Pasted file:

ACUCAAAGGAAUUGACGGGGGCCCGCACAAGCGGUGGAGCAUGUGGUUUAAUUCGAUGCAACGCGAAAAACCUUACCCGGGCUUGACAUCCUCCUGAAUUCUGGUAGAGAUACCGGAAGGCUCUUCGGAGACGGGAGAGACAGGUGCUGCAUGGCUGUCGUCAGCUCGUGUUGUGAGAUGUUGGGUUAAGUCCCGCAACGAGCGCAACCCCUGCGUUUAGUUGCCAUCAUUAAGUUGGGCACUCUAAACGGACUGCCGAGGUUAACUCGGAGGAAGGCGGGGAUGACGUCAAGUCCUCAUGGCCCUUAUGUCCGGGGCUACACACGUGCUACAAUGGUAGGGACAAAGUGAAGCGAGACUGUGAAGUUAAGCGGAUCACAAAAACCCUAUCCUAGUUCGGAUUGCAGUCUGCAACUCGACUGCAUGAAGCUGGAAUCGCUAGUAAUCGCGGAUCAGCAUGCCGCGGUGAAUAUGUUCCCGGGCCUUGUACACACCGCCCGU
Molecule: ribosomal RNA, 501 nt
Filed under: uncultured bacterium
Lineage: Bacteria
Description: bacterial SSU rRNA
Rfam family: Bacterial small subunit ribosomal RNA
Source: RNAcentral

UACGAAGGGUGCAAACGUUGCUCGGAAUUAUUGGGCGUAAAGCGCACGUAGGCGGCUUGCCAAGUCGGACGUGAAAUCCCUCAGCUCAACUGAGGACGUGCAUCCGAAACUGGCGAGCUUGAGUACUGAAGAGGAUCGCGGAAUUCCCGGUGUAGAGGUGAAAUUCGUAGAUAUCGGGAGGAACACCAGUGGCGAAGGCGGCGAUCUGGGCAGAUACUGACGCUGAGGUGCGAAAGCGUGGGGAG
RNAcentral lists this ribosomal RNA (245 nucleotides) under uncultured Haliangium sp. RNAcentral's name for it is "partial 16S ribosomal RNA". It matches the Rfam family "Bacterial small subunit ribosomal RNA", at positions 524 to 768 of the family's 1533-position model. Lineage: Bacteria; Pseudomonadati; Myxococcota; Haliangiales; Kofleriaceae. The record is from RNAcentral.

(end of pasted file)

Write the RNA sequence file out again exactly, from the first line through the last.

ACUCAAAGGAAUUGACGGGGGCCCGCACAAGCGGUGGAGCAUGUGGUUUAAUUCGAUGCAACGCGAAAAACCUUACCCGGGCUUGACAUCCUCCUGAAUUCUGGUAGAGAUACCGGAAGGCUCUUCGGAGACGGGAGAGACAGGUGCUGCAUGGCUGUCGUCAGCUCGUGUUGUGAGAUGUUGGGUUAAGUCCCGCAACGAGCGCAACCCCUGCGUUUAGUUGCCAUCAUUAAGUUGGGCACUCUAAACGGACUGCCGAGGUUAACUCGGAGGAAGGCGGGGAUGACGUCAAGUCCUCAUGGCCCUUAUGUCCGGGGCUACACACGUGCUACAAUGGUAGGGACAAAGUGAAGCGAGACUGUGAAGUUAAGCGGAUCACAAAAACCCUAUCCUAGUUCGGAUUGCAGUCUGCAACUCGACUGCAUGAAGCUGGAAUCGCUAGUAAUCGCGGAUCAGCAUGCCGCGGUGAAUAUGUUCCCGGGCCUUGUACACACCGCCCGU
Molecule: ribosomal RNA, 501 nt
Filed under: uncultured bacterium
Lineage: Bacteria
Description: bacterial SSU rRNA
Rfam family: Bacterial small subunit ribosomal RNA
Source: RNAcentral

UACGAAGGGUGCAAACGUUGCUCGGAAUUAUUGGGCGUAAAGCGCACGUAGGCGGCUUGCCAAGUCGGACGUGAAAUCCCUCAGCUCAACUGAGGACGUGCAUCCGAAACUGGCGAGCUUGAGUACUGAAGAGGAUCGCGGAAUUCCCGGUGUAGAGGUGAAAUUCGUAGAUAUCGGGAGGAACACCAGUGGCGAAGGCGGCGAUCUGGGCAGAUACUGACGCUGAGGUGCGAAAGCGUGGGGAG
RNAcentral lists this ribosomal RNA (245 nucleotides) under uncultured Haliangium sp. RNAcentral's name for it is "partial 16S ribosomal RNA". It matches the Rfam family "Bacterial small subunit ribosomal RNA", at positions 524 to 768 of the family's 1533-position model. Lineage: Bacteria; Pseudomonadati; Myxococcota; Haliangiales; Kofleriaceae. The record is from RNAcentral.